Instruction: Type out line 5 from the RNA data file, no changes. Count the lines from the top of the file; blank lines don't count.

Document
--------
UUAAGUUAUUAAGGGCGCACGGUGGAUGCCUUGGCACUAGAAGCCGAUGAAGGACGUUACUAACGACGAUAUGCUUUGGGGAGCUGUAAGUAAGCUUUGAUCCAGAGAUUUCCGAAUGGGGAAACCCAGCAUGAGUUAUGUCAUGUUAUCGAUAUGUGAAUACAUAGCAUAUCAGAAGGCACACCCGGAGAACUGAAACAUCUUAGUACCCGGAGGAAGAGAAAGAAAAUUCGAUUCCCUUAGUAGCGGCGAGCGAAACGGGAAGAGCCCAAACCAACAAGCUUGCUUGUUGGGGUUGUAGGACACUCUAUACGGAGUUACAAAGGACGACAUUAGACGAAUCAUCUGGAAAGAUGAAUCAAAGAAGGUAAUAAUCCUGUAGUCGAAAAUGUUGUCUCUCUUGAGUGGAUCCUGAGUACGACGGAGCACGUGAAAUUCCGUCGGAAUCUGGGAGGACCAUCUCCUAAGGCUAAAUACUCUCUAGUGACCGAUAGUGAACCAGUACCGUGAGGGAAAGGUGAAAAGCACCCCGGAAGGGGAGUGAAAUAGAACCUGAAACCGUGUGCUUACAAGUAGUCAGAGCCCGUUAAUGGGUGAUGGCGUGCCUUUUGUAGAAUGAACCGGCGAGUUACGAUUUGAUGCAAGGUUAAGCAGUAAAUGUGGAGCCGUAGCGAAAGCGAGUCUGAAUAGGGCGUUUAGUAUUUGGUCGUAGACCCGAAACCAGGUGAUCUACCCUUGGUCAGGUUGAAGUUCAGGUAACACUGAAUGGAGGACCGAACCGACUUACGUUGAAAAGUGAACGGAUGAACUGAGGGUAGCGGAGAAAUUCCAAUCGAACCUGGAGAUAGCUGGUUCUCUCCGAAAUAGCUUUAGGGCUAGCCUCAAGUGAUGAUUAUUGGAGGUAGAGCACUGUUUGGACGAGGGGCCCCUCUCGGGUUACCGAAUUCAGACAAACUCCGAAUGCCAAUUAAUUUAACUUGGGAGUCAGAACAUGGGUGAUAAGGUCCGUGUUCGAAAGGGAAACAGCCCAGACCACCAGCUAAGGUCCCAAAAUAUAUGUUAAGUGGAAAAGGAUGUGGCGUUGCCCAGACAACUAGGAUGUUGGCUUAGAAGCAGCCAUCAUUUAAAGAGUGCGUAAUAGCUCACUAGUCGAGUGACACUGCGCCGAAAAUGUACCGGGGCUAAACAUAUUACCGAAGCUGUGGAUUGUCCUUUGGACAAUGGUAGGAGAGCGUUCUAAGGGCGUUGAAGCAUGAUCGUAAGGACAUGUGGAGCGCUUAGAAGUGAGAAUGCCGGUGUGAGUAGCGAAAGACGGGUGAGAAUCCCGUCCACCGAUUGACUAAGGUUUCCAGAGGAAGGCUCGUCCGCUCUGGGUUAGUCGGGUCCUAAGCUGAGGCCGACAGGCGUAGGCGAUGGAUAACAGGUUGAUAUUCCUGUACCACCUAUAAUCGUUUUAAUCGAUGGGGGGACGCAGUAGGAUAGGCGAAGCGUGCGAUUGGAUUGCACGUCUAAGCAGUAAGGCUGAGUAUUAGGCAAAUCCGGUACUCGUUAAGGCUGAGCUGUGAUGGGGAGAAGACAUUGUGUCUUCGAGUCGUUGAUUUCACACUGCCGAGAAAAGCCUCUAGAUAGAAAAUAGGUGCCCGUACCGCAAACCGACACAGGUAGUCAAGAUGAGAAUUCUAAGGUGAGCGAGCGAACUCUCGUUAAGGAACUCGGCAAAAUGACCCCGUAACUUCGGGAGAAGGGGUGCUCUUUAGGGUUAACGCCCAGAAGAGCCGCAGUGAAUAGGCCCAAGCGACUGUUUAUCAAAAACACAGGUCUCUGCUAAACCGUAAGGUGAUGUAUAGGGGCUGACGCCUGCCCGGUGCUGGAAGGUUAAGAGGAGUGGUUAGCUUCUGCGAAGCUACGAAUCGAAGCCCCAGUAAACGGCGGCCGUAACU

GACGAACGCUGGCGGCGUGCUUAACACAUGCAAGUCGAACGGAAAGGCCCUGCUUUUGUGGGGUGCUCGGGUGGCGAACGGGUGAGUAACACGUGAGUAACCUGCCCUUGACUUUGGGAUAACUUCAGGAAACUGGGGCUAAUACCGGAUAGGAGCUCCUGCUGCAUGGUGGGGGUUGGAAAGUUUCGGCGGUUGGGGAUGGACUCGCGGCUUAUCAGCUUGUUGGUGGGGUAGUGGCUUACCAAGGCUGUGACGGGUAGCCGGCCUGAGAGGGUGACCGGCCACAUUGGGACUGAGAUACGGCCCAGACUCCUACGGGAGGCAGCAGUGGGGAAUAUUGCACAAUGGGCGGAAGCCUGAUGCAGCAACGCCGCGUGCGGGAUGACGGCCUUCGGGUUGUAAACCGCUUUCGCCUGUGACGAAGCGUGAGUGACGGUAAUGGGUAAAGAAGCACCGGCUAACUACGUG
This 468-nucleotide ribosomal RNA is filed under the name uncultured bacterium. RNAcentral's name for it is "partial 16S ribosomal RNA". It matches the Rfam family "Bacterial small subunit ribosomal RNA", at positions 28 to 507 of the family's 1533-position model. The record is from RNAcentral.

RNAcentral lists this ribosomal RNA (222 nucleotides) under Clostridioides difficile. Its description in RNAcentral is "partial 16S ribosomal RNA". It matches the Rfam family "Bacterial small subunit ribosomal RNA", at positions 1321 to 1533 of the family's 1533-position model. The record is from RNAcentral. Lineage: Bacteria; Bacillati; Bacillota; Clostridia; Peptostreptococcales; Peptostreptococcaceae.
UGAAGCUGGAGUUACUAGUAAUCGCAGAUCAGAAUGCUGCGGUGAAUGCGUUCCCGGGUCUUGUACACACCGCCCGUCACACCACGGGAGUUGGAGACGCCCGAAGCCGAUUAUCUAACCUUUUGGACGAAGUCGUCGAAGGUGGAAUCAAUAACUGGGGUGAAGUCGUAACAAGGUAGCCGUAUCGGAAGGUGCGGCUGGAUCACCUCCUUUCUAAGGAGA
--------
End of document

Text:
UGAAGCUGGAGUUACUAGUAAUCGCAGAUCAGAAUGCUGCGGUGAAUGCGUUCCCGGGUCUUGUACACACCGCCCGUCACACCACGGGAGUUGGAGACGCCCGAAGCCGAUUAUCUAACCUUUUGGACGAAGUCGUCGAAGGUGGAAUCAAUAACUGGGGUGAAGUCGUAACAAGGUAGCCGUAUCGGAAGGUGCGGCUGGAUCACCUCCUUUCUAAGGAGA